I ended up with Dinosaur Juniors Where You Been and REMs Automatic For The People on cassette, and a vinyl copy of Nirvana’s Heart Shaped Box. He didn’t say anything when he bagged them up and took my money. He just had this smile on his face. So of course I went back, whenever I could. I went back whenever I had money, or whenever I just wanted to become lost within the walls of the shop. Because that was what happened to me once I was inside. I would feel like I had stepped into another world, where there was peace and solitude, and a comforting musty smell that cloaked me when I walked in and lingered on me for hours afterwards. I would feel like I belonged, that was the simplest way I could articulate it. I felt like I belonged there, and I was a part of it all. The fat man, who I later found out was called Terry, would speak to me when he felt like it, and grunt at me the rest of the time. He was always sat on a stool behind the counter, a cup of tea on the go, and his head in a music magazine. If I was lucky he offered me a roll of his eyes or an amused chuckle.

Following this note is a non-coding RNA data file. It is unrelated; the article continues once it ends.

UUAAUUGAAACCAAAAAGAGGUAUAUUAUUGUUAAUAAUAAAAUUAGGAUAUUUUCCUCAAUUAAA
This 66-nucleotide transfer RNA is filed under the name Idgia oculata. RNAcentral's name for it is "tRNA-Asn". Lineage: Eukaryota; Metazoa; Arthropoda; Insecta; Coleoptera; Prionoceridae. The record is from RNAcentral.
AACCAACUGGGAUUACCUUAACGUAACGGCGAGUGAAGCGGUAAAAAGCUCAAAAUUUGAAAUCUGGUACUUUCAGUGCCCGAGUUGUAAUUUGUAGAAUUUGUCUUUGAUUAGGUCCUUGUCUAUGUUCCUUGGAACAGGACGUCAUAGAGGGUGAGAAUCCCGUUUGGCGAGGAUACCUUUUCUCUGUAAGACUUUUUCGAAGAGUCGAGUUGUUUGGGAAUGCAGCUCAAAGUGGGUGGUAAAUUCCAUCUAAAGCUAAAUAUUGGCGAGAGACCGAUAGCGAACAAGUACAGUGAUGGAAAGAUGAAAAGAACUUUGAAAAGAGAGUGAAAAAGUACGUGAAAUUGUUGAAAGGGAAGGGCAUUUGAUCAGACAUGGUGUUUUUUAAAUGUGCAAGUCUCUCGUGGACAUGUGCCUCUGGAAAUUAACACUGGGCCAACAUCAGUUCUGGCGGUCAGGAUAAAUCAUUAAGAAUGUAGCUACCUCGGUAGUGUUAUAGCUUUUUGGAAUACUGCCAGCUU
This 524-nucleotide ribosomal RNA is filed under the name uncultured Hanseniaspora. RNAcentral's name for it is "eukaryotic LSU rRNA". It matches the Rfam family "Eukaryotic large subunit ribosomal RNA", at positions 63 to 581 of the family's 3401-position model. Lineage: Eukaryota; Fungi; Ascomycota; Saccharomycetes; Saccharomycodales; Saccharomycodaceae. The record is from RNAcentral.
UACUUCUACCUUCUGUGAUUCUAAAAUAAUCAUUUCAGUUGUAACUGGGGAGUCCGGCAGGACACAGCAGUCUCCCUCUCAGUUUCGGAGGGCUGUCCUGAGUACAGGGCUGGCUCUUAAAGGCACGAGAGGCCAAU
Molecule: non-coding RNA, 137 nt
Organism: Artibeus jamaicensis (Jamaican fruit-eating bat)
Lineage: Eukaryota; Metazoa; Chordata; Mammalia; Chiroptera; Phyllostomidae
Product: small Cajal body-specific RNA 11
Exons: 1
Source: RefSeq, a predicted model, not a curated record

The record shop filled my mind, when I was at school, or at the club. I loathed being near Howard, but sometimes being at the club was actually okay. Sometimes I almost found myself enjoying it. I was lost in my own head of course. Collecting glasses while I thought about the dusty Neil Young record I had discovered that afternoon, or the copy of Nirvana’s Blew, with the full version of Love Buzz on it. I’d be so gone, wandering around in my own mind, nodding my head to a beat no one else could hear, that half the time my fear would drop away and leave me alone. Howard was always up to his neck in it anyway at the club. I’d catch glimpses of him rushing about, or yelling down the phone. It looked like chaos to me at times, but he seemed to thrive on it, always storming about with his shirt sleeves rolled up and a slight frown creasing his large forehead. I stayed out of his way and did as I was told. The Friday night dj was a hell of a lot better than the Saturday one, who only played popular cheese. The Friday played a bit of everything, so if I was lucky I got to hear Smells Like Teen Spirit every once in a while. Jack Freeman was always there. Sometimes he would be with other people, drinking and talking, smoking endless roll ups. Sometimes he would be sat alone, looking like he preferred it this way. I watched him, but I couldn’t work him out. I thought back to the conversation I had overheard between him and Howard that day, the day it had all gone to shit. But I was no closer to understanding what ‘work’ he did for Howard, or what his ‘links’ were. He seemed harmless though. Sort of bumbling and apologetic. He reminded me a bit of that TV detective, Columbo, the one who always shuffled around looking like shit. Sometimes he would lean over, pour a dash of his whiskey into my coke and tip me a wink.